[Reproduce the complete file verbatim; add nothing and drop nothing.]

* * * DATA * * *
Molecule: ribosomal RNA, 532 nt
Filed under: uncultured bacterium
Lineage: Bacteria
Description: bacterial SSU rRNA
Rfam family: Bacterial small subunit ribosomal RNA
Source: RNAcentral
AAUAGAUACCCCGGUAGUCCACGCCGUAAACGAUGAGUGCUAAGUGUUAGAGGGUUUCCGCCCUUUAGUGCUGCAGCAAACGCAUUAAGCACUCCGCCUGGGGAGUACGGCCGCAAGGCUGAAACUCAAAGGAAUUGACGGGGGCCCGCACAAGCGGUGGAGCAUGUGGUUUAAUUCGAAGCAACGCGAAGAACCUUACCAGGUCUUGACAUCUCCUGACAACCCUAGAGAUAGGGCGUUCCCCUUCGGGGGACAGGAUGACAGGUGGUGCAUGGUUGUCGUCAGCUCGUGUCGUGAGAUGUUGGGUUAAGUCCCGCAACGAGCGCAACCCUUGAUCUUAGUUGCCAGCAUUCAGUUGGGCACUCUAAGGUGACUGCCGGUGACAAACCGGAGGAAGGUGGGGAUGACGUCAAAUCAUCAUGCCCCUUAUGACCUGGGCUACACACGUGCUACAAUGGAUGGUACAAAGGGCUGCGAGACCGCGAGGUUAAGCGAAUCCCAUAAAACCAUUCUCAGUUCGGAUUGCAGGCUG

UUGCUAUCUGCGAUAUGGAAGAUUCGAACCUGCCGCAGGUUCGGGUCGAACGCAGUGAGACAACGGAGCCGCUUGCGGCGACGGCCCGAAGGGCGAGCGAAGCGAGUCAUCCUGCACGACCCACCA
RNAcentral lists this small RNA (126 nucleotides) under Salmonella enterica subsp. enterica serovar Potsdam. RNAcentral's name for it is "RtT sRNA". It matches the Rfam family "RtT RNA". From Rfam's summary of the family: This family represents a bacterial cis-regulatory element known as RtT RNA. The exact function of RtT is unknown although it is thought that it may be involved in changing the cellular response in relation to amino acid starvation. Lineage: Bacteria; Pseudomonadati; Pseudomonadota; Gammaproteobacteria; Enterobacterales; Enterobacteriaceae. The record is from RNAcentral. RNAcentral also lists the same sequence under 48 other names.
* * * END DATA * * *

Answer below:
Molecule: ribosomal RNA, 532 nt
Filed under: uncultured bacterium
Lineage: Bacteria
Description: bacterial SSU rRNA
Rfam family: Bacterial small subunit ribosomal RNA
Source: RNAcentral
AAUAGAUACCCCGGUAGUCCACGCCGUAAACGAUGAGUGCUAAGUGUUAGAGGGUUUCCGCCCUUUAGUGCUGCAGCAAACGCAUUAAGCACUCCGCCUGGGGAGUACGGCCGCAAGGCUGAAACUCAAAGGAAUUGACGGGGGCCCGCACAAGCGGUGGAGCAUGUGGUUUAAUUCGAAGCAACGCGAAGAACCUUACCAGGUCUUGACAUCUCCUGACAACCCUAGAGAUAGGGCGUUCCCCUUCGGGGGACAGGAUGACAGGUGGUGCAUGGUUGUCGUCAGCUCGUGUCGUGAGAUGUUGGGUUAAGUCCCGCAACGAGCGCAACCCUUGAUCUUAGUUGCCAGCAUUCAGUUGGGCACUCUAAGGUGACUGCCGGUGACAAACCGGAGGAAGGUGGGGAUGACGUCAAAUCAUCAUGCCCCUUAUGACCUGGGCUACACACGUGCUACAAUGGAUGGUACAAAGGGCUGCGAGACCGCGAGGUUAAGCGAAUCCCAUAAAACCAUUCUCAGUUCGGAUUGCAGGCUG

UUGCUAUCUGCGAUAUGGAAGAUUCGAACCUGCCGCAGGUUCGGGUCGAACGCAGUGAGACAACGGAGCCGCUUGCGGCGACGGCCCGAAGGGCGAGCGAAGCGAGUCAUCCUGCACGACCCACCA
RNAcentral lists this small RNA (126 nucleotides) under Salmonella enterica subsp. enterica serovar Potsdam. RNAcentral's name for it is "RtT sRNA". It matches the Rfam family "RtT RNA". From Rfam's summary of the family: This family represents a bacterial cis-regulatory element known as RtT RNA. The exact function of RtT is unknown although it is thought that it may be involved in changing the cellular response in relation to amino acid starvation. Lineage: Bacteria; Pseudomonadati; Pseudomonadota; Gammaproteobacteria; Enterobacterales; Enterobacteriaceae. The record is from RNAcentral. RNAcentral also lists the same sequence under 48 other names.